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Some companies with Lincoln locations plan to pay employees to get COVID-19 vaccine
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Some companies with Lincoln locations plan to pay employees to get COVID-19 vaccine

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Vaccine clinic

A health care volunteer primes a syringe with the Moderna vaccine at Pinnacle Bank Arena during a vaccination clinic Jan. 22.

There are many questions about the COVID-19 vaccine like how long will the COVID-19 vaccines last? How many people need to receive the vaccination to keep the vulnerable safe? When can life return to normal? Experts answer these questions, which are in the forefront of everyone’s minds. Source by: Stringr

A number of large companies with operations in Lincoln are planning to pay employees to get the COVID-19 vaccine when it is available to them.

Aldi, Dollar General, McDonald's and Trader Joe's are among companies that have announced plans to compensate their employees for getting vaccinated.

Most are offering extra hourly pay and describing it as reimbursement for time needed to get the vaccine.

"We do not want our employees to have to choose between receiving a vaccine or coming to work, so we are working to remove barriers," Dollar General said in a news release last month. The retailer is offering its hourly retailers a one-time payment equal to four hours of pay.

Lincoln Chamber of Commerce President Wendy Birdsall said she knows many local companies are highly recommending their employees get the vaccine and are offering paid time off for people who need it to deal with possible side effects, but she's not aware of any Lincoln-based companies that are offering financial incentives.

"I can see why companies are doing it," Birdsall said, noting that labor markets are tight and employees are an important asset.

Jacob Dahlke, director of the Office of Healthcare Ethics at the University of Nebraska Medical Center, said offering incentives -- a "carrot" -- is more acceptable than requiring the vaccine by using a "stick."

With incentives, "those people are in no way penalized for saying no," he said.

As long as incentives are reasonable, Dahlke said, meaning they aren't so lucrative that they make it difficult for people to choose not to get the vaccine, then they are good policy.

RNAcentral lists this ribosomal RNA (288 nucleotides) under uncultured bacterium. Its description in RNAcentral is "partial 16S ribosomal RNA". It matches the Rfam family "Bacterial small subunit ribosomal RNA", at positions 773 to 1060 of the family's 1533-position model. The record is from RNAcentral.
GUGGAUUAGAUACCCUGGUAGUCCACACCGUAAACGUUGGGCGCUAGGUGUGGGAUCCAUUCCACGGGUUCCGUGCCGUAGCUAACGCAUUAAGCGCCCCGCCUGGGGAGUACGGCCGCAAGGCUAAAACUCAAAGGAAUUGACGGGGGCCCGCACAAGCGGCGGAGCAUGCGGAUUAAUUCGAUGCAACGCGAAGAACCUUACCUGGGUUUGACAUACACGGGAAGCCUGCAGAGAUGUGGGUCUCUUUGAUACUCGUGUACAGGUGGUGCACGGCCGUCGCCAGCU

He also said incentives are a way for companies to overcome the "vaccine hesitancy" some people may have with taking a new vaccine that's been authorized for emergency use.

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"An incentive, especially a financial incentive, could be a way to offset that concern," Dahlke said.

Other companies that are providing incentives include some meatpacking companies.

JBS USA, which has a large plant in Grand Island, is offering its employees a $100 bonus to get vaccinated.

“Our goal in offering this extra pay to our team members is to remove any barriers to vaccination and incentivize our team members to protect themselves, their families and their coworkers," CEO Andre Nogueira said.

The company said it has been trying to communicate the effort to workers through fliers and other methods in multiple languages.

JBS, which also is majority owner of Pilgrim's Pride, has 66,000 U.S. employees, and Chris Gaddis, head of human resources for JBS USA, said internal surveys have shown anywhere from 60-90% of employees are interested in getting the vaccine once it's available.

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“We recognize that some team members in our diverse workforce may have concerns or be less inclined to get vaccinated," Gaddis said. "The incentive bonus is designed to encourage voluntary vaccination and provide an additional measure of support to our team members who have given so much to society and our country during this pandemic.”

Even though U.S. law would allow companies in most situations to mandate employees get the vaccine, few appear to even have broached the subject.

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One that has is United Airlines, whose CEO Scott Kirby told an employee town hall last month that requiring the vaccine "is the right thing to do," according to a report from CNBC. The company so far has not announced such a mandate, however.

Walmart Inc. CEO Doug McMillon said he believes companies are unlikely to mandate their employees receive a COVID-19 vaccine to come to work.

McMillon said no members of the Business Roundtable, a lobbying group whose members are CEOs of the largest U.S. companies, have chosen to require vaccination so far.

“Our role is to encourage it and communicate facts and to set an example,” McMillon said during a call with reporters last month.

Not everyone agrees with McMillon's view, however. A December poll by Diligent Institute and Corporate Board Members found that nearly 4 out of 10 directors at publicly traded U.S. companies are in favor of requiring employees to get vaccinated.

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Dahlke said he doesn't think you'll see companies requiring the COVID-19 vaccine any time soon, but he could see it happening in the future.

"Two years from now, when we're taking seasonal COVID boosters, It wouldn't surprise me if there is some sort of requirement," he said.

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Reach the writer at 402-473-2647 or molberding@journalstar.com.

On Twitter @LincolnBizBuzz.

This article contains material from Tribune News Service.

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Business reporter

Matt Olberding is a Lincoln native and University of Nebraska-Lincoln graduate who has been covering business for the Journal Star since 2005.

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